The Weimar Republic, in its entirety and duration, stood as a government held by many Germans, particularly the nationalists, with great disapproval. Apart from the fact that the Allied forces rendered little reconstructive support to Germany due to the disparaging effects the Treaty of Versailles has on the nation, the Weimar Republic struggled to keep Germans together. Some of the key causes behind the instability of the Weimar Republic include the fact that Germany lacks exposure to democratic traditions, the economically detrimental effects of First World War-related reparations demanded by the Treaty of Versailles and political turmoil rooted in the flawed setup of the Weimar Constitution. The “stab-in-the-back” legend by General Ludendorff merely stands as an attempt to fuel frustrations against the apparent failure of the Weimar Republic to defend the national interests of Germany. Emphasizing the shame associated with how the Weimar Republic stood as a mere lackey to the Treaty of Versailles, the “stab-in-the-back” legend, regardless of being a poorly supported fabrication, highlighted the strength of German nationalists at a time when Germany heavily fell from glory. German nationalists were strong in their convictions against the Treaty of Versailles - so much to the point that they took the fictional account of General Ludendorff as their motivational force against the perceivably weak Weimar Republic. At the same time, the “stab-in-the-back” legend served as a catalyst for the rise of anti-Weimar Republic movements in Germany, most notably the Nazi Party under Adolf Hitler (Fulbrook 155-187; Spielvogel 32-69).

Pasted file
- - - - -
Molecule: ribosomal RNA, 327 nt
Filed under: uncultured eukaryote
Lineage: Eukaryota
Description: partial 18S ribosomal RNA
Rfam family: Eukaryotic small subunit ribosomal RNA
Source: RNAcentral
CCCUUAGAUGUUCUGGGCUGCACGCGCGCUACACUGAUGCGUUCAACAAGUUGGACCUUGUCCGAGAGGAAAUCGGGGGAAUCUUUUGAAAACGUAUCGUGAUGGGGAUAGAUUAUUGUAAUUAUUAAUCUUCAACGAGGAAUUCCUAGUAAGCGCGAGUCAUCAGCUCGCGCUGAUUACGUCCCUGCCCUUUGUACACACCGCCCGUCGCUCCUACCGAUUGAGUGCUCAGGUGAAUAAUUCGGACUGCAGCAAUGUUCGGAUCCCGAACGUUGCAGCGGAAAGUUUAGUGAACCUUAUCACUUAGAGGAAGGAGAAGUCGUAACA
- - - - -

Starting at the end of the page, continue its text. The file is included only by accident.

Conclusion: Was the “Stab-In-The-Back” Legend Really Necessary?